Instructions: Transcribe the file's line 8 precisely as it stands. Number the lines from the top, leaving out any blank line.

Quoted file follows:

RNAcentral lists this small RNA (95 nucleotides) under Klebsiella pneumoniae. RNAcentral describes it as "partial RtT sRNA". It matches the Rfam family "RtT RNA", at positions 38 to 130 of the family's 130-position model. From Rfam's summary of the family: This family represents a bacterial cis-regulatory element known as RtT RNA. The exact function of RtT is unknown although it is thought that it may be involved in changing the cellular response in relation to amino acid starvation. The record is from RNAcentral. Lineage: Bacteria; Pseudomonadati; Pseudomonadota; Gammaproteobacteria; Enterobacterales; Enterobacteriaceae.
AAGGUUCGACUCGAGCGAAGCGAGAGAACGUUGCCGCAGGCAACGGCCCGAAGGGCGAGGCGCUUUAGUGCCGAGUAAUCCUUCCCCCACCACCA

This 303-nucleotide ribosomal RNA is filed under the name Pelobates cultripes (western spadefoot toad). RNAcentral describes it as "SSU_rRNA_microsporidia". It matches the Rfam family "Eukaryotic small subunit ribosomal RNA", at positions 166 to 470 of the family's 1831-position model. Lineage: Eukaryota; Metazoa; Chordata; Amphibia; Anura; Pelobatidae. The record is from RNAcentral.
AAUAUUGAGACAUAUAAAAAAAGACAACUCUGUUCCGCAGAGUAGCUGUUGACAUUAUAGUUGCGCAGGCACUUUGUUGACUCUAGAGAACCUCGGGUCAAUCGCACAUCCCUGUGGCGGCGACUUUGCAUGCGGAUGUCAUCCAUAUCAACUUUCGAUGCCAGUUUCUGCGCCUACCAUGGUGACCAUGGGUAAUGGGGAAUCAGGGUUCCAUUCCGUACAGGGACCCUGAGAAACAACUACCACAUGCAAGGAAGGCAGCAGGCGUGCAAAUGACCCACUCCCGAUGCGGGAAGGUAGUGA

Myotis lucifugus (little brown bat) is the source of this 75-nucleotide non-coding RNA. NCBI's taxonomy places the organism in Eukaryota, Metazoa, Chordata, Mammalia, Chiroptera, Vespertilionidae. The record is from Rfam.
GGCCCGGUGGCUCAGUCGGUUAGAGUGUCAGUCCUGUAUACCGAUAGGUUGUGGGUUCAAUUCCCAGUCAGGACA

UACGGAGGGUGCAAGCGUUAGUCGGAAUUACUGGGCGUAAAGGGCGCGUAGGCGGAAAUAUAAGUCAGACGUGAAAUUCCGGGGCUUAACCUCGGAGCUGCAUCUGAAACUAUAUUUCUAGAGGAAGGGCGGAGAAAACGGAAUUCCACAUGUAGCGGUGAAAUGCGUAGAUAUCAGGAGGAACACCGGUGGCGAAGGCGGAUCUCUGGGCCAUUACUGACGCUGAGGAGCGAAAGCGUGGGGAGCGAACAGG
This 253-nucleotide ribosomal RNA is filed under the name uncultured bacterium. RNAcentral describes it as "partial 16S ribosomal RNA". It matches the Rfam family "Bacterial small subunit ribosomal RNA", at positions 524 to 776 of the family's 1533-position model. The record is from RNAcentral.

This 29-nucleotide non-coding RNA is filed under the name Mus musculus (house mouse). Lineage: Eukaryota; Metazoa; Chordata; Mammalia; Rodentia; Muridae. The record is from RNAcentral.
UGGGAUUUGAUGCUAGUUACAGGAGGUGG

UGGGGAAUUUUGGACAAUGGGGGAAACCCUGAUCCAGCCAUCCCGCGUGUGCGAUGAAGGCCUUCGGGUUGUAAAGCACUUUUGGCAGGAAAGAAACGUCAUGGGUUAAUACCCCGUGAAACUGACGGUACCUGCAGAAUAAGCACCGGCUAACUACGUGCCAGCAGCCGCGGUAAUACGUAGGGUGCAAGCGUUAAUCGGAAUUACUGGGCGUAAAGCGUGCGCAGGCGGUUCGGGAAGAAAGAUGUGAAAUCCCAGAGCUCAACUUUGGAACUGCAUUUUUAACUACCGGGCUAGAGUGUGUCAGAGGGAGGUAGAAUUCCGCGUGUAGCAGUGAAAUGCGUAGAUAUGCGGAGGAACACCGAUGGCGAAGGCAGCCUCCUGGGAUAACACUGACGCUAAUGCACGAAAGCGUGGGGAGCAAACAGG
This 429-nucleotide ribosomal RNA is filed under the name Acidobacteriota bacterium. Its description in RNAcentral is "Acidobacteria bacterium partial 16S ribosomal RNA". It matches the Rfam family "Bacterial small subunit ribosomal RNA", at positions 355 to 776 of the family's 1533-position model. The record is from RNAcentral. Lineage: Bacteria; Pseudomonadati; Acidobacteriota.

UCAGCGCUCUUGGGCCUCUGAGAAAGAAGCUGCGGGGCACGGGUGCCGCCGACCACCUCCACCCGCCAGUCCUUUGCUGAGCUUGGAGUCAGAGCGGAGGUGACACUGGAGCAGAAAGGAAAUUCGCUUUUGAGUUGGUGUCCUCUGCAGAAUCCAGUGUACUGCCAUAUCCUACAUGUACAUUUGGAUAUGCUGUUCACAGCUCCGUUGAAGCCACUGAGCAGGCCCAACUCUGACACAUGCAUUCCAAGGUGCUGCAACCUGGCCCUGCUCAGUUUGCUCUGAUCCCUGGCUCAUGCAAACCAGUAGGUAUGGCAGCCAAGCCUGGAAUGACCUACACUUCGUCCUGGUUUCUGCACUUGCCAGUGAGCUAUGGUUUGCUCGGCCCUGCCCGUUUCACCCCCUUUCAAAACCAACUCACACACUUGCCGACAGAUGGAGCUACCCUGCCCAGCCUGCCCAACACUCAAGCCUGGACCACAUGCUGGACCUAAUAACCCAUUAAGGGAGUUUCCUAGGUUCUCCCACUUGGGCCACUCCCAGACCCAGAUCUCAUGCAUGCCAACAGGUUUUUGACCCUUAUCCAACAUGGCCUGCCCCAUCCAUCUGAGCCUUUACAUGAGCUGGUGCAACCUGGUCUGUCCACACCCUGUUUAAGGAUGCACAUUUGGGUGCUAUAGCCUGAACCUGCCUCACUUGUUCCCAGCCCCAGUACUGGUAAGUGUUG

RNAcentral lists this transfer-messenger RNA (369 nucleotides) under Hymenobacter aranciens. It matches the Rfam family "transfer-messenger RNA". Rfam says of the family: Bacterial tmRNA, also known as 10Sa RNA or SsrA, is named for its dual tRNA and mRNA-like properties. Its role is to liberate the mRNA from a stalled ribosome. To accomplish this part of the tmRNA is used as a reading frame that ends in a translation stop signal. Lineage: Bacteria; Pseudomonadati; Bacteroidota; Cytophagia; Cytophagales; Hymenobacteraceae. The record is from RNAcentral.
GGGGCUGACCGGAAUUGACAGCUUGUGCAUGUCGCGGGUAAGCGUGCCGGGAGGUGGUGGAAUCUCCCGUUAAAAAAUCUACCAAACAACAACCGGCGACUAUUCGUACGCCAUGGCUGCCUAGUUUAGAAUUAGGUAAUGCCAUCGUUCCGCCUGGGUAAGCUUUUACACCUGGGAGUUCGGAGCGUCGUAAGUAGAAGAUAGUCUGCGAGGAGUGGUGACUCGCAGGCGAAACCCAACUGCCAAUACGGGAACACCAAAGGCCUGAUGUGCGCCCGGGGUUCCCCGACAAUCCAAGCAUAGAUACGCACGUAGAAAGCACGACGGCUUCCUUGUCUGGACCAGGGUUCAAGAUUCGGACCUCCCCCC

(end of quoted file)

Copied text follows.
This 253-nucleotide ribosomal RNA is filed under the name uncultured bacterium. RNAcentral describes it as "partial 16S ribosomal RNA". It matches the Rfam family "Bacterial small subunit ribosomal RNA", at positions 524 to 776 of the family's 1533-position model. The record is from RNAcentral.